September 14, 2017: American Journal of Physiology. Gastrointestinal and Liver Physiology
https://www.readbyqxmd.com/read/28902444/genomewide-association-studies-of-suicide-attempts-in-us-soldiers
#8
Murray B Stein, Erin B Ware, Colter Mitchell, Chia-Yen Chen, Susan Borja, Tianxi Cai, Catherine L Dempsey, Carol S Fullerton, Joel Gelernter, Steven G Heeringa, Sonia Jain, Ronald C Kessler, James A Naifeh, Matthew K Nock, Stephan Ripke, Xiaoying Sun, Jean C Beckham, Nathan A Kimbrel, Robert J Ursano, Jordan W Smoller
Suicide is a global public health problem with particular resonance for the US military. Genetic risk factors for suicidality are of interest as indicators of susceptibility and potential targets for intervention. We utilized population-based nonclinical cohorts of US military personnel (discovery: N = 473 cases and N = 9778 control subjects; replication: N = 135 cases and N = 6879 control subjects) and a clinical case-control sample of recent suicide attempters (N = 51 cases and N = 112 control subjects) to conduct GWAS of suicide attempts (SA)...
September 13, 2017: American Journal of Medical Genetics. Part B, Neuropsychiatric Genetics
https://www.readbyqxmd.com/read/28900932/neurological-and-motor-disorders-neuronal-store-operated-ca-2-signaling-an-overview-and-its-function
#9
Sunitha Bollimuntha, Biswaranjan Pani, Brij B Singh
Calcium (Ca(2+)) is a ubiquitous second messenger that performs significant physiological task such as neurosecretion, exocytosis, neuronal growth/differentiation, and the development and/or maintenance of neural circuits. An important regulatory aspect of neuronal Ca(2+) homeostasis is store-operated Ca(2+) entry (SOCE) which, in recent years, has gained much attention for influencing a variety of nerve cell responses. Essentially, activation of SOCE ensues following the activation of the plasma membrane (PM) store-operated Ca(2+) channels (SOCC) triggered by the depletion of endoplasmic reticulum (ER) Ca(2+) stores...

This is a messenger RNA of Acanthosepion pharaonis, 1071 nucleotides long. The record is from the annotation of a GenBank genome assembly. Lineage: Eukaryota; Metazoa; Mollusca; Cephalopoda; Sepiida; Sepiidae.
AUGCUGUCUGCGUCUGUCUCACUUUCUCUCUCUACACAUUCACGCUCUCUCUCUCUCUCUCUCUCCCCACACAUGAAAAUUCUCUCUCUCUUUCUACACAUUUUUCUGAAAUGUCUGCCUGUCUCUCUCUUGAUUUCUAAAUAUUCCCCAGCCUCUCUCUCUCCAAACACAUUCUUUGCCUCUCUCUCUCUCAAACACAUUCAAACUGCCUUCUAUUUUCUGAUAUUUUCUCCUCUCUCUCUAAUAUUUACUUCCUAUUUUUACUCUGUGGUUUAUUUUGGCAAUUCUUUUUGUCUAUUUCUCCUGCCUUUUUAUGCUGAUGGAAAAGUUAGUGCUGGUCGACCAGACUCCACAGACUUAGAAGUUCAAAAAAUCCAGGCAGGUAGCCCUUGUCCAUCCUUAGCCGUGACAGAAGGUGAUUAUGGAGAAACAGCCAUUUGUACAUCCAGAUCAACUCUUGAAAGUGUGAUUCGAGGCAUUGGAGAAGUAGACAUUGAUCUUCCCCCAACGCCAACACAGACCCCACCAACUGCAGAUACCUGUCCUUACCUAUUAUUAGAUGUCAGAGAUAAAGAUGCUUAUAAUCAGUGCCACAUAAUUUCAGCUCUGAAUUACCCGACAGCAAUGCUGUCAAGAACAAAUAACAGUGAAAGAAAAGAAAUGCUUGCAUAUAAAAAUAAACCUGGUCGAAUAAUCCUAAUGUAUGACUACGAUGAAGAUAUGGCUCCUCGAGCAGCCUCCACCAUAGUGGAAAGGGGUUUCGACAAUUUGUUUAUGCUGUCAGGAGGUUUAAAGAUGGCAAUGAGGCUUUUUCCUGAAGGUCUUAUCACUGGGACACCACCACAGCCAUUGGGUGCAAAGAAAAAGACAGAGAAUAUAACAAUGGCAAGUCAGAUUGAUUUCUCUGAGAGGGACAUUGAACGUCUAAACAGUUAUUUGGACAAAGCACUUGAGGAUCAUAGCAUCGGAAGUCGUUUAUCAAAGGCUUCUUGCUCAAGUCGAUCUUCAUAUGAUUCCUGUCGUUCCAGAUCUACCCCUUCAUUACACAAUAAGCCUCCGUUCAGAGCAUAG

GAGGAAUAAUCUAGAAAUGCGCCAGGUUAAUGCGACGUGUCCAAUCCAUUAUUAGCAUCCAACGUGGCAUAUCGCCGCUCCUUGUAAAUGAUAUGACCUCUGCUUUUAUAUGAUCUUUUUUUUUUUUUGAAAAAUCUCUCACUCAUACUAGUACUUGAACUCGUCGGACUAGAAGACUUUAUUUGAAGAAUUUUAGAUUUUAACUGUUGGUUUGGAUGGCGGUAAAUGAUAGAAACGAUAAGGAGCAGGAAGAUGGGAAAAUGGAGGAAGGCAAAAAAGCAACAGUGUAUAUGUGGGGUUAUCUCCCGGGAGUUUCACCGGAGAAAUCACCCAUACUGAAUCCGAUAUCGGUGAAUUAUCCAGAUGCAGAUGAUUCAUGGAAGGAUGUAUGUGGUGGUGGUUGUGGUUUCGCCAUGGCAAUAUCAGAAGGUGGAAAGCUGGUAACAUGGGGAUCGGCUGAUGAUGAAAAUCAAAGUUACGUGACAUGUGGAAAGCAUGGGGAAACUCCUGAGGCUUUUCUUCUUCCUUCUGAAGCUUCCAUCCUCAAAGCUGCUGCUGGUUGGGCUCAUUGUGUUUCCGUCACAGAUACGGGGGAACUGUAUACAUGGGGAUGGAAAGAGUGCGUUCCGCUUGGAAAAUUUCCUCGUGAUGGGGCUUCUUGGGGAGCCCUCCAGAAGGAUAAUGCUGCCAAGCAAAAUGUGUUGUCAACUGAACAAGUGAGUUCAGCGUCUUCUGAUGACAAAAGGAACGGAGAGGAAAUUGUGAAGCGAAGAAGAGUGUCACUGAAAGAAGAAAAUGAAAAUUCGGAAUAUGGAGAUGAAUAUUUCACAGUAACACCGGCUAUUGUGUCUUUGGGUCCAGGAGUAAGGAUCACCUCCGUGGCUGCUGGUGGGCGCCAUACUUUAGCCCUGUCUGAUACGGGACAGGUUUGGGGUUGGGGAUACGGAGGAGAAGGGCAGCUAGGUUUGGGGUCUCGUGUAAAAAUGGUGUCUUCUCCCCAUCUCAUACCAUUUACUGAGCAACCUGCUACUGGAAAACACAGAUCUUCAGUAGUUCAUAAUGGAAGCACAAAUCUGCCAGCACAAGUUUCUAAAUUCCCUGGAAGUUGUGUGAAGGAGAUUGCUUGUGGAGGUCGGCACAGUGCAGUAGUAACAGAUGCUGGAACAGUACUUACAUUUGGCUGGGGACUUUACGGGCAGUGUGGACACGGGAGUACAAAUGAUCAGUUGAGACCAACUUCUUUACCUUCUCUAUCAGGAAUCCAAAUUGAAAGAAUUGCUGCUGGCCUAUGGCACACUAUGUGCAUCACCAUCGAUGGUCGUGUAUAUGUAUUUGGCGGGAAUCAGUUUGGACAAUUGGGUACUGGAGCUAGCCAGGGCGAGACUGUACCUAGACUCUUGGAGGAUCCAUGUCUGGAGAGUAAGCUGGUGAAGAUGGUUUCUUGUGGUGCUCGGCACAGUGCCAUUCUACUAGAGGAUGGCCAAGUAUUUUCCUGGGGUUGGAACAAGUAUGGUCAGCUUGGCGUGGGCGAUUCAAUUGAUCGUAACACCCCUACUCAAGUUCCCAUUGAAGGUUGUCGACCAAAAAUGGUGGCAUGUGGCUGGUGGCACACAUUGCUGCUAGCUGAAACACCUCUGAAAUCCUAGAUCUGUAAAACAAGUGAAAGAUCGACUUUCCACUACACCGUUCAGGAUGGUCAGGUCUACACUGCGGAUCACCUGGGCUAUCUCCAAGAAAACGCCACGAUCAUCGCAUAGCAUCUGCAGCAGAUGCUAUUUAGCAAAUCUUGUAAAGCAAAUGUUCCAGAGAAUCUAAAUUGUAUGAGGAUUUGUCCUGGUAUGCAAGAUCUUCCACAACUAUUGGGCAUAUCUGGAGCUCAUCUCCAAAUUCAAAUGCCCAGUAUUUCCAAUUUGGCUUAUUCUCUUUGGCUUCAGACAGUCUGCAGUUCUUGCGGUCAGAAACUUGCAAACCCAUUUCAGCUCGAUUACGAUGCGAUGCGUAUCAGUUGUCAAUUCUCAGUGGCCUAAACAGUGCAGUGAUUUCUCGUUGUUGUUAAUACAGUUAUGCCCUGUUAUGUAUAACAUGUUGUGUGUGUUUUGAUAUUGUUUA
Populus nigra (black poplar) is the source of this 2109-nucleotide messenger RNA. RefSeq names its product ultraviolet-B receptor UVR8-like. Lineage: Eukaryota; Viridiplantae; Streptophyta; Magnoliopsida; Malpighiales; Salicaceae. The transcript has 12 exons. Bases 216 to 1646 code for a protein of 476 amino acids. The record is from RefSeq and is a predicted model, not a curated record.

2017: Advances in Experimental Medicine and Biology
https://www.readbyqxmd.com/read/28899812/the-starving-brain-overfed-meets-undernourished-in-the-pathology-of-mild-cognitive-impairment-mci-and-alzheimer-s-disease-ad
#10
REVIEW
Kelly J Gibas
Type II Diabetes affects 400 million people worldwide (IDF, 2013). The pathology is paradoxical: internal starvation activated by overfeeding. Hyperinsulinemic impairments of glucose homeostasis are treated with anti-hyperglycemics exacerbating cell starvation, inducing hypoglycemia and raising respiratory quotient. Reductions in hyperglycemia are achieved at the expense of glucose dependency and metabolic inflexibility (Gibas & Gibas, 2017). The brain is not immune from these cycles of starvation. The bioenergetic model characterizes propagation of late-onset, sporadic Alzheimer's disease as loss of molecular fidelity and compromised energy originating in brain networks with highest metabolic demand...